Stay Present to Beat Anxiety
Feeling stressed, anxious or depressed? It could be time to switch off your mind, and start living in the present.
For moms, the pressure is often overwhelming. There’s one, two, three, four children to look after. There’s work, housework, the bills, the mortgage - and all the stresses they bring. When we’re not dealing with life’s issues, we’re worrying about them, setting ourselves off in a whirlwind of worry and anxiety. It’s no wonder we often find ourselves wondering where the months and years have gone.
Then the guilt wheels start turning - How could I not have noticed my little girl growing up? Why wasn’t I more present? Sound familiar? You can rest assured it’s not just you. A lack of awareness of the present is something of an epidemic in the Western world, according to Mindfulness expert and bestselling author of ‘Anxiety Free: Stop Worrying and Quieten Your Mind’, Patrick McKeown. So much so, in fact, that Patrick believes that much of the anxiety, depression and stress that people are suffering from these days is due to our inability to switch off our minds and just be.
The majority of people aren’t mindful; that is, they’re not aware of what’s going on in their minds. In fact, the majority of the Western world is asleep. Western education is a wonderful thing - it teaches us how to think, it teaches us to question. But if it gives us the ability to think, it should also give us the ability to stop thinking, to have some control over their mind - but it doesn’t.” According to Patrick, taking back control of our thoughts and minds will help us to achieve the quality of life and the happiness we all aspire to. “It’s the mind that determines quality of life.
Many people who are rich and successful, who appear to ‘have it all’, are wrapped up in their thoughts and so, are unhappy. Most people don’t realise the effect their thinking is having on their body or their state of health. If your arm was moving 60,000 times a day, which is the number of thoughts we have a day, it would drive you daft. The mind is as active, but we do nothing about it.” In addition to calming down a stressful day, mindfulness can have an extraordinary effect on those suffering from mental illness too, suggests Patrick. “Those who are depressed, anxious, stressed are essentially thinking too much. A young child hasn’t developed an analytical mind. If they get upset, they get over it quickly, but adults dwell. We’re giving out about our boss or our husband or our wife, and we’re just running it over and over again. Our worrying isn’t going to solve any problems; it’s just eating into us. Often, a solution to a problem won’t enter the mind if it’s busy - if there’s stillness, it will enter more readily. If you can get control over the mind, you can have it for life.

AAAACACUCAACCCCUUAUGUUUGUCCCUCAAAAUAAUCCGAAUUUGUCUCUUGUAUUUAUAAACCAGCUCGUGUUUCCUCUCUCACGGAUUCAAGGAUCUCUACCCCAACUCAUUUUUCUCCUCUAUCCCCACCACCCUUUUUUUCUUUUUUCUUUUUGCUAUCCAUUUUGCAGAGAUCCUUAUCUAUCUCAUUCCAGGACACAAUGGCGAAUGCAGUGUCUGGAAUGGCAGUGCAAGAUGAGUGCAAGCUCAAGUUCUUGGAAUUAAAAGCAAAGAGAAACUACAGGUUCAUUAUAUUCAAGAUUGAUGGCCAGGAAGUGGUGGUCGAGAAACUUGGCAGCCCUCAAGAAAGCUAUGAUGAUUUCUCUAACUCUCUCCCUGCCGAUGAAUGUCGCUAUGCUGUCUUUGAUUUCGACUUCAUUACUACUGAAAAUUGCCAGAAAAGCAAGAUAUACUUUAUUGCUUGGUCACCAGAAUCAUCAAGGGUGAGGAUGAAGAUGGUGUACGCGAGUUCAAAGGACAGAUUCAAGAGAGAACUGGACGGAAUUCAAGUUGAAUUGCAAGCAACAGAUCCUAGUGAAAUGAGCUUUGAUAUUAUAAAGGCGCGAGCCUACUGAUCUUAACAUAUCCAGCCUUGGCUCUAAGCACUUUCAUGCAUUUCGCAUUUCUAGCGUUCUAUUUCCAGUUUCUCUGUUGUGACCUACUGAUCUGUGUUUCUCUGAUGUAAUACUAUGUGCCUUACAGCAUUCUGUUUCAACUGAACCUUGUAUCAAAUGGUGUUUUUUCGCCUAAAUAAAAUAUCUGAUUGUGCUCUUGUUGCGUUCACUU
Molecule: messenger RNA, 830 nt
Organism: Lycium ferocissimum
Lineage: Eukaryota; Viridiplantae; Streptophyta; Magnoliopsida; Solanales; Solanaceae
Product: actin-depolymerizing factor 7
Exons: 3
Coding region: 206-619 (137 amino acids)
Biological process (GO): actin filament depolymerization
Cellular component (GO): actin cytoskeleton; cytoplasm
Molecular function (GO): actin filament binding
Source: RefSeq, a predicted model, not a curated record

In our society, we expect solutions to be complex - we don’t consider the solutions we already have at our disposal. It’s so simple.” So just how does a busy mom set about being mindful in an action-packed day? Well, it’s pretty simple, says Patrick, but it does take some commitment and patience. He recommends three options. One is to simply focus on the breath - when we do this, we stop thinking. Secondly, take the attention out of the head and disperse it around the body. Thirdly, take your attention into the here and now - the present moment.
“Do it lying in bed in the morning, or at night. Bring your attention to your hand - feel the temperature, the surrounding air. Then bring your attention to your arm, your chest, your tummy and so on. During everyday tasks, bring some attention into your body. When you’re driving your car, watching TV, bring attention into your body. When you’re going for a walk, go for a walk with your whole body,” he says. Practicing mindfulness when looking after your children is also a great way for you both to bond, suggests Patrick.
For instance, when you’re cuddling or just sitting with your child, focus your whole self on that moment. Your child will sense your stillness, giving them a sense of calm and a wonderful awareness that you’re giving 100 per cent of yourself. The practice of mindfulness takes time - and patience, but Patrick promises it’s worth it. “I’m not saying it’s easy - it takes a little commitment, but it’s hell on earth to be living in your mind all the time.
Patrick McKeown runs two hour physician-developed workshops on Mindfulness throughout the country. Incorporating the Buteyko Method, mindfulness and meditation, Patrick’s workshops aim to reduce stress, anxiety, a racing mind, worry, panic attacks, fatigue and insomnia. Patrick is an accredited practitioner by the Late Professor Buteyko, one of a few people in the Western world to hold this qualification. He holds clinics in Dublin, Cork, Limerick, Kilkenny, Galway and Sligo.